In that essay, I meditated on Jung's distinctions between "extrovert and introvert" in his book PSYCHOLOGICAL TYPES, also classified as "object-oriented" and "ego-oriented." I've sometimes considered applying the former set of terms to the two different ways focal presences resolve themselves in fiction. However, the informal meanings of "extrovert and introvert" are far too limiting, while the terms "ego-oriented" and "object-oriented," while closer to my needs, are cumbersome.
Now, in 2009's SEVEN WAYS FROM SCHOPENHAUER, I defined the philosopher's idea of "Will" as "the radical root of all literary activity." This means that, no matter what sort of viewpoint character the author may choose, he may focus as easily upon the "will" within the viewpoint character (or on some figure allied to him, or an ensemble of such characters), OR upon things, people, or phenomena that are perceived as "the other" to the viewpoint character's will.
The Greek word for will is (more or less) *thel.* Thanks to the wonders of search-engines, I've discovered that one author has coined the term "thelic" as an adjective for will, and also that he's using that term for a purpose quite unlike my own. Therefore I will appropriate the term for fiction only, and apply it only to the orientation of the focal presence in narrative.
In place of "ego-oriented," I'll speak of the *endothelic,* meaning that the narrative is focused upon the will of the viewpoint character or of someone or something that shares that character's interests.
In place of "object-oriented," I'll speak of the *exothelic,* meaning that the narrative is focused upon the will of "the other," something outside the interests of the viewpoint character, though not necessarily opposed to them.
This adjectival terminology solves the clumsiness I mentioned in EGO, MEET OBJECT in that a term like "exothelic" applies as well to a place like Wonderland or a character like Dracula. In addition, since I allow for the association between the ego of the viewpoint character and any representative affiliated figure within the same "endothelic" constellation, that not only subsumes narratives like Doyle's "Sherlock Holmes" prose tales-- where the star of the show only rarely becomes the viewpoint character-- but also for examples of *exteriorization,* as seen in the essay DJINN WITH SUMMONER. By this logic, the non-sentient Gigantor-- the star of the teleseries and of (presumably) the manga series as well-- is *endothelic* even though he has no diegetic "will" of his own, because Gigantor is associated with a sentient will through his controller Jimmy Sparks. In contrast, a cognate robot-hero like Astro Boy displays sentience, and therefore does not actually need an interaction with humans to be his "summoners," although the associations don't hurt the robot-boy's claims to human sympathy.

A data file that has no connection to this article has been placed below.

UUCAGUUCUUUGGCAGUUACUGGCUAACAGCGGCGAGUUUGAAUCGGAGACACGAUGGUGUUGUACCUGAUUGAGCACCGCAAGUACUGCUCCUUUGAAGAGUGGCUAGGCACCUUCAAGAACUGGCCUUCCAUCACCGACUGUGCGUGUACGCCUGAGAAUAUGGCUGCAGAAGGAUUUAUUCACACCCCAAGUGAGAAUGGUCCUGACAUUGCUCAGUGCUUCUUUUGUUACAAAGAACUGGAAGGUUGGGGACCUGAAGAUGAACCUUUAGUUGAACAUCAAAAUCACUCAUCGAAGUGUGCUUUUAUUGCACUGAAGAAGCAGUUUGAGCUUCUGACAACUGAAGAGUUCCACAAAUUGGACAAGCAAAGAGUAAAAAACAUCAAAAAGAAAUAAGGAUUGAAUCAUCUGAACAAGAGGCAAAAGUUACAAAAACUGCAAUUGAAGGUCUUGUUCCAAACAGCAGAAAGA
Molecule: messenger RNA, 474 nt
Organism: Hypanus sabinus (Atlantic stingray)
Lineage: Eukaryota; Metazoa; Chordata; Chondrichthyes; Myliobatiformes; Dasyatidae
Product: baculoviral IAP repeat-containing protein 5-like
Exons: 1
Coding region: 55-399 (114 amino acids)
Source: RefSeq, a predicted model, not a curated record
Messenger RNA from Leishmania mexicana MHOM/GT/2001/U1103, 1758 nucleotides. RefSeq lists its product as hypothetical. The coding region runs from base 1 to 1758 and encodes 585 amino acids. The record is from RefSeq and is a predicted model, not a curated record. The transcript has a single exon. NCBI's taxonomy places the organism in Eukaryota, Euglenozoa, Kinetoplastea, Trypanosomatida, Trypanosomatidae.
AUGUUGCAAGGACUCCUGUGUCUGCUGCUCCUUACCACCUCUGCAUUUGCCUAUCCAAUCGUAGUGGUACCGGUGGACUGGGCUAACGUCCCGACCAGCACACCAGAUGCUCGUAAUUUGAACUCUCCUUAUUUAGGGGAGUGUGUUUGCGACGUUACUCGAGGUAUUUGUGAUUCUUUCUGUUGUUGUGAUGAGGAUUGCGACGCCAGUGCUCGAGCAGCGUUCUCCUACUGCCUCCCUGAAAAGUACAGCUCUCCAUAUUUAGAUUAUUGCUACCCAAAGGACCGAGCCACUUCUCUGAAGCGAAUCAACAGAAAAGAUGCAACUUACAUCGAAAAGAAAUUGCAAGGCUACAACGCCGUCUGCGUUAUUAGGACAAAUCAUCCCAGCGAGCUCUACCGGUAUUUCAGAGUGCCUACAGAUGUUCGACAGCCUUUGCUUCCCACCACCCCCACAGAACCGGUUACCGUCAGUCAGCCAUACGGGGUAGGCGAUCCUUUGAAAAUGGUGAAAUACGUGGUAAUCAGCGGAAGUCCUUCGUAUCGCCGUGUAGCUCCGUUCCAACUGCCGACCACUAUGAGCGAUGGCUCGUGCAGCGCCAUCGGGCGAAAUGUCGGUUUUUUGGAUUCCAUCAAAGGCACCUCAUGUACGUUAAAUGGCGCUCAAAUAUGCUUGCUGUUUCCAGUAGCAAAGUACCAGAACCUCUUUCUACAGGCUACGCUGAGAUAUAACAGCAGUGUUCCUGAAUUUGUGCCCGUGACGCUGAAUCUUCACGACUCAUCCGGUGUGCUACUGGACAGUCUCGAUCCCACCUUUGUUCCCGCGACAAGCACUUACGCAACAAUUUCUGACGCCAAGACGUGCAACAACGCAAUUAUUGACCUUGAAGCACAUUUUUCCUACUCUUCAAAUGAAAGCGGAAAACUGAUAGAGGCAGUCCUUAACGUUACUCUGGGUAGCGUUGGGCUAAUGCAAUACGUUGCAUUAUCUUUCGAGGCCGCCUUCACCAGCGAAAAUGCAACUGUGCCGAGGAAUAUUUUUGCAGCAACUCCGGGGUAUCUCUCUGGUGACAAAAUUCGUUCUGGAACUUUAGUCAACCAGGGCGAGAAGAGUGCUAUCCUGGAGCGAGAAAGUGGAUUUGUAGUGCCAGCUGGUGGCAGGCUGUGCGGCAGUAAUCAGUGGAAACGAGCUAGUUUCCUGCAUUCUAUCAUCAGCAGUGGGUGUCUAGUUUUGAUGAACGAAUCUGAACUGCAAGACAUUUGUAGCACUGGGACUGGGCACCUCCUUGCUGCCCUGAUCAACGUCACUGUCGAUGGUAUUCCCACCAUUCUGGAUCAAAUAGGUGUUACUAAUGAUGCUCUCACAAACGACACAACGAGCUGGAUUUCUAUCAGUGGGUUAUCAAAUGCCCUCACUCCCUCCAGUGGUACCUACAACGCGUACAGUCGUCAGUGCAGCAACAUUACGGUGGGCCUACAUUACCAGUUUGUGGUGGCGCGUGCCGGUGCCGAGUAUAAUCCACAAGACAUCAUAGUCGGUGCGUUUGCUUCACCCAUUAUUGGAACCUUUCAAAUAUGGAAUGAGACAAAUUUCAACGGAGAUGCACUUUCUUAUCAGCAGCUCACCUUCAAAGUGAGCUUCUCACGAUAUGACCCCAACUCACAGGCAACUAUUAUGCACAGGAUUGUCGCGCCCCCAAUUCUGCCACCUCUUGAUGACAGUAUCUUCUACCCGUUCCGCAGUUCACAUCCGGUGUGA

I mentioned Wonderland above, which is clearly the focus of Lewis Carroll's books, which would be *exothelic,* as are most film-adaptations, with the exception of the 2010 Tim Burton film, which becomes *endothelic* by virtue of emphasizing the will of Alice rather than of Wonderland.
Keeping to the context of environments, in OBJECTS GIVEN LUSTER. I used the example of the 1950 WEIRD SCIENCE story "The Destruction of the Earth" in order to demonstrate that the narrative's focus was not upon any of the niggling human characters, but upon the Destroyed Earth itself, whose death-throes are given the most attention. I called it "object-oriented" before, but now it is *exothelic.*
In contrast, there are hundreds of stories dealing with the world's destruction that focus upon the aggrieved reactions of the viewpoint characters, all of which would be *endothelic.* Yet aggrieved reactions are not necessary, as I noted in my examinations of Ray Bradbury's short story "The Last Night of the World." In my first consideration of the story, I averred that the viewpoint characters' sanguinity about the world's end might be viewed as a form of negative will, akin to Nietzsche's "will to nothingness." But in my revised outlook here, I decided that even though the nameless viewpoint characters do nothing to bring about the cataclysm, they are stand-ins for the author's POV.
Thus Bradbury's strategy for giving "new life and force" to the overly familiar threat of nuclear war was to undercut its power by invoking a greater power, one that simply chooses to end the story of mankind in the manner of "the closing of a book"-- an apt metaphor for a writer frustrated with the follies of mankind.Therefore in this case, although the narrative still concerns the world's end, the focal presences are the two nearly anonymous "husband and wife" who calmly observe that ending with a dignity that the author finds appropriate-- while the nature of the world's end is at best a subsidiary phenomenon.